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Microsoft Details Windows 8 File History Feature

By - Source: Microsoft | B 34 comments

This new feature allows users to backup and restore individual files

Microsoft on Tuesday explained a new feature in Windows 8 called File History. It's defined as a backup application that continuously protects personal files located in Libraries, Desktop, Favorites, and Contacts folders. By default, it periodically scans the file system for changes and copies changed files to another location every hour.

"Every time any of your personal files has changed, its copy will be stored on a dedicated, external storage device selected by you. Over time, File History builds a complete history of changes made to any personal file," the company said on the Building Windows 8 blog. "It’s a feature introduced in Windows 8 that offers a new way to protect files for consumers. It supersedes the existing Windows Backup and Restore features of Windows 7."

The idea behind Fire History, according to Microsoft, was to turn backup into an automatic, silent service that does the hard work of protecting user files in the background without any user interaction. The company also set out to offer a simple, engaging restore experience that makes finding, previewing and restoring versions of personal files much easier.

In addition to saving files located in the four main folders, end-users can set up File History to backup files contained in other locations. Setting up the service seems rather simple: merely open the File History control panel applet, choose an external source (network drive, USB drive etc), and then tap/click Turn on. Users can also set up a drive in Autoplay by connecting to the PC and then tapping/clicking the notification that appears on the screen.

As for restoring files, Microsoft set out to make this an incredibly simple task. "We designed the restore application for wide screen displays and to offer a unique, engaging and convenient way of finding a specific version of a file by looking at its preview," the company reports. "The search [for a specific restore file] starts right in Windows Explorer. You can browse to a specific location and click or tap on the History button in the explorer ribbon in order to see all versions of the selected library, folder or an individual file."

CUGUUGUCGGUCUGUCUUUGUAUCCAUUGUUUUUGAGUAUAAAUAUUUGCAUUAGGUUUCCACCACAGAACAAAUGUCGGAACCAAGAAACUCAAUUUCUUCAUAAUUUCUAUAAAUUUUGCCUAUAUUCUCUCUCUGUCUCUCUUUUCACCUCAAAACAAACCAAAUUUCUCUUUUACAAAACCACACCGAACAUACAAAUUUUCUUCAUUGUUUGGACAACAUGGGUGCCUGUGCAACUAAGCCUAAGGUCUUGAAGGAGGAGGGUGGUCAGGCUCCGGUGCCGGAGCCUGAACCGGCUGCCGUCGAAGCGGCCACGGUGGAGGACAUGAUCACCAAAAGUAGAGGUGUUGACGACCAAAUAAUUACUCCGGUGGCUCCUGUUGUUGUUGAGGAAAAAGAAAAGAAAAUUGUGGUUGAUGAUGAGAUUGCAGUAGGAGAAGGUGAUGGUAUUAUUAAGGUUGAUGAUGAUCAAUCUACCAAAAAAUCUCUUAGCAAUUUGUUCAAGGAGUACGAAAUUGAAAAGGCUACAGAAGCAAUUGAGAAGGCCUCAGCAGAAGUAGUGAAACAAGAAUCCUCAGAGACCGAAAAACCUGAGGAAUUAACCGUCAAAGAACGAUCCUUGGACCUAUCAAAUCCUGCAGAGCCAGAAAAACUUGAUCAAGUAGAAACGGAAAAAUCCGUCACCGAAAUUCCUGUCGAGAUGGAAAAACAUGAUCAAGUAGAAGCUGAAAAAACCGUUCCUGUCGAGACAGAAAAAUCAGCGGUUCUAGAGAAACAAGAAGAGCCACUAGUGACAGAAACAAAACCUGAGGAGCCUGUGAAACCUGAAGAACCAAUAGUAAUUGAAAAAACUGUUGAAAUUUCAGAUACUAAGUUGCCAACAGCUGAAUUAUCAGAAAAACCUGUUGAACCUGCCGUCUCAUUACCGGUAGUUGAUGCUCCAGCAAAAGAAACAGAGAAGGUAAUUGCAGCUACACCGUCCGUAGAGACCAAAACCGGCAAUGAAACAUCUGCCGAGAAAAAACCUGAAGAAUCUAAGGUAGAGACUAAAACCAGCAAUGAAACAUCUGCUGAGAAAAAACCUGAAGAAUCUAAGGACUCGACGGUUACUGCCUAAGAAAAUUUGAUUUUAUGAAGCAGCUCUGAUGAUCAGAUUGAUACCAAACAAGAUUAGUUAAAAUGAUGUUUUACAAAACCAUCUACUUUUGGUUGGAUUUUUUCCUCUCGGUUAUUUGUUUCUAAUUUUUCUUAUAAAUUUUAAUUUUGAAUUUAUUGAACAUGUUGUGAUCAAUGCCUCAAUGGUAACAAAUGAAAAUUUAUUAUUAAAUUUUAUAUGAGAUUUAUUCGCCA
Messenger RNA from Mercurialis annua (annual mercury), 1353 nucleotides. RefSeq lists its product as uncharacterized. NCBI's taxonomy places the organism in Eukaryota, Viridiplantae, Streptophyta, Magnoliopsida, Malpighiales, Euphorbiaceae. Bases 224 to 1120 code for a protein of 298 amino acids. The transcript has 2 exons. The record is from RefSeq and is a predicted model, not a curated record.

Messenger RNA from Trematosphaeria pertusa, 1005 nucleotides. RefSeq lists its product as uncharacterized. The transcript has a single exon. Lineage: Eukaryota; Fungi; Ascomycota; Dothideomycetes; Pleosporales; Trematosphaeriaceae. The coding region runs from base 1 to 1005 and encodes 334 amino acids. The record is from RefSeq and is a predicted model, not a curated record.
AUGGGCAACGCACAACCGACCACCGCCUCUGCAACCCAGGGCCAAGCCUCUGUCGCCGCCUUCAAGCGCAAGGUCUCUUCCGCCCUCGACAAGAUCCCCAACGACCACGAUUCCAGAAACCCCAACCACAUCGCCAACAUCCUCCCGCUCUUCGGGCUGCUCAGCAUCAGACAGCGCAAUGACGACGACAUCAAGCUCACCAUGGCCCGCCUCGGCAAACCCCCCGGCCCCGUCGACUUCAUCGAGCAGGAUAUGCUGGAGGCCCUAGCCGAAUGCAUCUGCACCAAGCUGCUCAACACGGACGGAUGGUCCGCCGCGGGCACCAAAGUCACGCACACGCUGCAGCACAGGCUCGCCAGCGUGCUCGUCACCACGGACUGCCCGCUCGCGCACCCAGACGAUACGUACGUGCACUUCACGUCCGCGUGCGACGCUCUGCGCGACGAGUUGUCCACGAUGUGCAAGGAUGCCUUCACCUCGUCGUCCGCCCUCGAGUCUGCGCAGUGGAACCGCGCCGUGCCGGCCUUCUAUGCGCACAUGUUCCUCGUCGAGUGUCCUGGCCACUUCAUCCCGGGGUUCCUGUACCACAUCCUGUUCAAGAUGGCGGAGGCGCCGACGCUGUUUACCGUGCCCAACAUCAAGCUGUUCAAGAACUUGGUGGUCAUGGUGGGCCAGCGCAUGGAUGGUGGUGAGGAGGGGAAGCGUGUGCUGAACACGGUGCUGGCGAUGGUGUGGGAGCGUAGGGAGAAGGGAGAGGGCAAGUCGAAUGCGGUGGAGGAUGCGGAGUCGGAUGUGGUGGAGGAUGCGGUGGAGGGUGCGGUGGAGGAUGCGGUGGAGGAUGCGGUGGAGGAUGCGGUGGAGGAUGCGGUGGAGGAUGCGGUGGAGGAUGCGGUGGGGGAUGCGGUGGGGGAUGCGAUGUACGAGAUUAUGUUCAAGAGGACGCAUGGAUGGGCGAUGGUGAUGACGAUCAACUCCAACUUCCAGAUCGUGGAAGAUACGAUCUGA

Microsoft said File History doesn't use brute force in order to check for changes in directories. Instead, it takes advantage of the NTFS journals which records any changes made to any file stored on an NTFS volume. Thus, instead of taking the brute force approach of scanning the entire volume, File History scans the NTFS journals for changes, and then creates a list of files that have changed and need to be copied.

"File History was designed to be easily interrupted and to quickly resume," Microsoft reports. "This way, File History can resume its operation, without the need to start over when a system goes into sleep mode, a user logs off, the system gets too busy and needs more CPU cycles to complete foreground operations, or the network connection is lost or saturated."

To get the full scoop on File History in Windows 8, read the full Microsoft blog here.

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  • 13 Hide
    scythe944 , July 11, 2012 4:01 PM
    molo9000yup, sounds exactly like Apple's Time Machine.... even the backup interval every hour.


    I guess now we're going to claim that Apple invented the backup, right?

    :rolleyes:
Other Comments
  • 0 Hide
    Anonymous , July 11, 2012 3:16 PM
    Still seems live VMS managed this better. I don't understand why that mechanism wasn't adopted when NT morphed out of that OS.
  • 2 Hide
    Osmin , July 11, 2012 3:20 PM
    I liked having the Previous Version option starting with windows Vista and always welcome a better undo for those rare occasions that can save you a lot of time and frustration.
  • 0 Hide
    belardo , July 11, 2012 3:23 PM
    Wow... sounds like an original idea.
  • 1 Hide
    lradunovic77 , July 11, 2012 3:51 PM
    Already exist in Windows 7 as Shadow Copy feature so nothing really new except that is maybe more obvious to end user with Windows 8 and renamed. Also this destroys performance of SSD on the long run so it is pretty useless except for files you keep on separate HDD. Again System Restore is useless as well, because it is hit and miss thing. The only cool thing which is also in Windows 7 is Windows Backup you create on external driver for example.
  • 0 Hide
    back_by_demand , July 11, 2012 3:55 PM
    I already keep external copies on NAS drives for content stored on internal drives, this could help automate the process more than the tedious manual methods or some of the badly written automated backup solutions I have previously used.
  • -8 Hide
    molo9000 , July 11, 2012 3:58 PM
    belardoWow... sounds like an original idea.


    yup, sounds exactly like Apple's Time Machine.... even the backup interval every hour.
  • 13 Hide
    scythe944 , July 11, 2012 4:01 PM
    molo9000yup, sounds exactly like Apple's Time Machine.... even the backup interval every hour.


    I guess now we're going to claim that Apple invented the backup, right?

    :rolleyes:
  • 1 Hide
    halcyon , July 11, 2012 4:10 PM
    They're doing some good things in Windows 8. ...but I'm still not sure they've balanced the harm done to the user-experience by metro and the way they've implemented it (i.e., not letting it be a choice for the customer) and removal of the Start button (I was never aware that there was a problem with the Start button that MS felt compelled that they had to correct so drastically).